AP Images for Mircrosoft, Rene Macura
NEW YORK — For decades, the tablet computer was like a mirage in the technology industry: a great idea, seemingly reachable on the horizon, that disappointed as hopeful companies got closer. Microsoft has experienced this cycle of hope and disappointment many times.
The device unveiled by the Redmond Wash.-based software giant on Monday —the Surface— isn't the first tablet it envisioned. Indeed, the company's engineers have been trying to reshape personal computing for as long as there's been a PC.
The first PCs had keyboards, borrowed from the typewriter. But people quickly started wondering whether pens, which are more comfortable writing tools, wouldn't be a better basis for personal computing.
Several companies worked pen-based computing in the late 1980s, and Microsoft jumped on the trend. By 1991, it released "Windows for Pen Computing," an add-on to Windows 3.1 that let the operating system accept input from an active "pen" (really a stylus). Several devices used Microsoft's software, and are recognizable as the ancestors of today's tablets: They were square, portable slabs with a screen on one side. They weren't designed to respond to finger-touches, however: the reigning paradigm was that of the notepad and pen.
The pen-computing fad subsided in the 90s. While PenWindows tablets got a lot of attention, mainstream computing remained stubbornly keyboard-based.
In 2002, Microsoft founder Bill Gates said these early tablet ventures were "almost painful to recall," but not to worry. He had something much better, a device that would fulfill "a dream that I and others have had for years and years," he said. It was Windows for XP Tablet PC Edition. This time, hardware makers like Hewlett-Packard Co., Samsung Electronics, Toshiba Corp. and Acer Group played along, producing tablet PCs.
Like the earlier generation, some of these looked like today's tablets, but inside, they were really PCs. Compared to an iPad, they were expensive — at around $1,500 — heavy, and didn't last long on battery power. Buyers paid a lot for the ability to enter things on the screen with a pen.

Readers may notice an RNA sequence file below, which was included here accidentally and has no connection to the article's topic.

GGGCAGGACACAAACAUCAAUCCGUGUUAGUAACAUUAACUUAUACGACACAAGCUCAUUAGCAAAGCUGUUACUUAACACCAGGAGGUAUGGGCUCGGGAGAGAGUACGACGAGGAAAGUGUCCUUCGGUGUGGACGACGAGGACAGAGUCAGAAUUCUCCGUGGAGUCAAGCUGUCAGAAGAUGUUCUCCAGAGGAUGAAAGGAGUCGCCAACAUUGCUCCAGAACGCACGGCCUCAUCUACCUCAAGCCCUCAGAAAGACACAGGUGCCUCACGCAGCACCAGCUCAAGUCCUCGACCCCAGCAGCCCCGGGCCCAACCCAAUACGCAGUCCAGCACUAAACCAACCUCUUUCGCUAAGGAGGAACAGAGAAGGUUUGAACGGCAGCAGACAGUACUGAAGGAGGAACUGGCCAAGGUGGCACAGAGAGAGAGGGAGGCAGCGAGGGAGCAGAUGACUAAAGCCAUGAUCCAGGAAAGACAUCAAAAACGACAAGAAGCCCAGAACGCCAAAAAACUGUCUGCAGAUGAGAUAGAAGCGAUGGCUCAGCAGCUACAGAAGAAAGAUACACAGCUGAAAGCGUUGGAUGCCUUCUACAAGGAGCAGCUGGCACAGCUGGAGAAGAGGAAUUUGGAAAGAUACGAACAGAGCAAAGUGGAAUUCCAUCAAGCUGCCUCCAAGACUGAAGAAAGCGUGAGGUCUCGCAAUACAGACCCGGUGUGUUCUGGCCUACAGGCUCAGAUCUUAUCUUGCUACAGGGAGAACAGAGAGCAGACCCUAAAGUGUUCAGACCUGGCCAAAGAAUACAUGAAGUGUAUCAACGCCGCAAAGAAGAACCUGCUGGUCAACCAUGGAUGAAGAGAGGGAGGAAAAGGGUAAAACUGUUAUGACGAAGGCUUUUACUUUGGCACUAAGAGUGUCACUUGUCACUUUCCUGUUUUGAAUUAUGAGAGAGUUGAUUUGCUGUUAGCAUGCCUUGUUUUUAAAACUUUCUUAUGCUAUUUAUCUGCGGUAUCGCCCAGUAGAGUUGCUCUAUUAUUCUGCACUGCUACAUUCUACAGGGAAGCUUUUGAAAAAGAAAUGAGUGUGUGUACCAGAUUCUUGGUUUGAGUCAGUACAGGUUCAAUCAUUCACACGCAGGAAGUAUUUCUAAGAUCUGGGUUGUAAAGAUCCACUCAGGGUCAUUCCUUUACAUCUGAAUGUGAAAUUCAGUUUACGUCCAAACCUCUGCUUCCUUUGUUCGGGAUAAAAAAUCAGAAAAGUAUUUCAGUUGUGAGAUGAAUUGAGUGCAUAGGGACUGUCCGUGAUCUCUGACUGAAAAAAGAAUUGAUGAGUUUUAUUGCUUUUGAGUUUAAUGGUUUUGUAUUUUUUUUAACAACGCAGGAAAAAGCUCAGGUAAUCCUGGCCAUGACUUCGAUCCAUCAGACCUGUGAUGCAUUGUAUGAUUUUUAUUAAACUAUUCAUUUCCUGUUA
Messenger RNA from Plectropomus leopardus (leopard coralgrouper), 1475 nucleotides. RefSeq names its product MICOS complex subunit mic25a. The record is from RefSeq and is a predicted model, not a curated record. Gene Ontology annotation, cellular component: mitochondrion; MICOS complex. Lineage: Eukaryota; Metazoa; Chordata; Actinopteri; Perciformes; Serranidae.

Another problem was that the pen-based adaptations were skin-deep. Windows remained a thoroughly keyboard-and-mouse-based operating system, and many functions were simply hard to get to with a pen. Third-party applications weren't converted for pen use at all. As a backup, many of these tablets had keyboards, just like laptops.
The tablet PCs found homes in a few business settings, where a PC that could be used while standing, at least for short periods, was welcome. But they remained a niche product, and the number of manufacturers who made tablet PCs steadily shrank.
In parallel with the Tablet PC push, Microsoft prompted partners such as Fujitsu and ViewSonic to create Smart Displays. These were big tablets intended for home use, and each one was linked to a PC through Wi-Fi, making it something of an expensive monitor with short-range portability. This was supposed to be a cheaper alternative to a full-blown tablet, but the devices reached shelves at $1,000 and more in 2003. While a Smart Display was in use, the associated PC could not be used. Very few were sold, and Microsoft cancelled the project the same year.
Microsoft gave tablets another try in 2006, launching "Project Origami" with some of its partners. The idea was to make really small PCs with screens sensitive not just to pens, but to fingers. This time, fewer companies followed along. One of them was Samsung, which had high hopes for its "Q1".
But Microsoft hadn't learned much from its Tablet PC adventure. Windows was still hard to use with anything other than a keyboard. The "Ultra-Mobile PCs" were still expensive and suffered from very short battery life — the Q1 could surf the Web for about 2 hours. One thing they did get right was weight — the Q1 weighed 1.7 pounds, just a bit more than a first-generation iPad.
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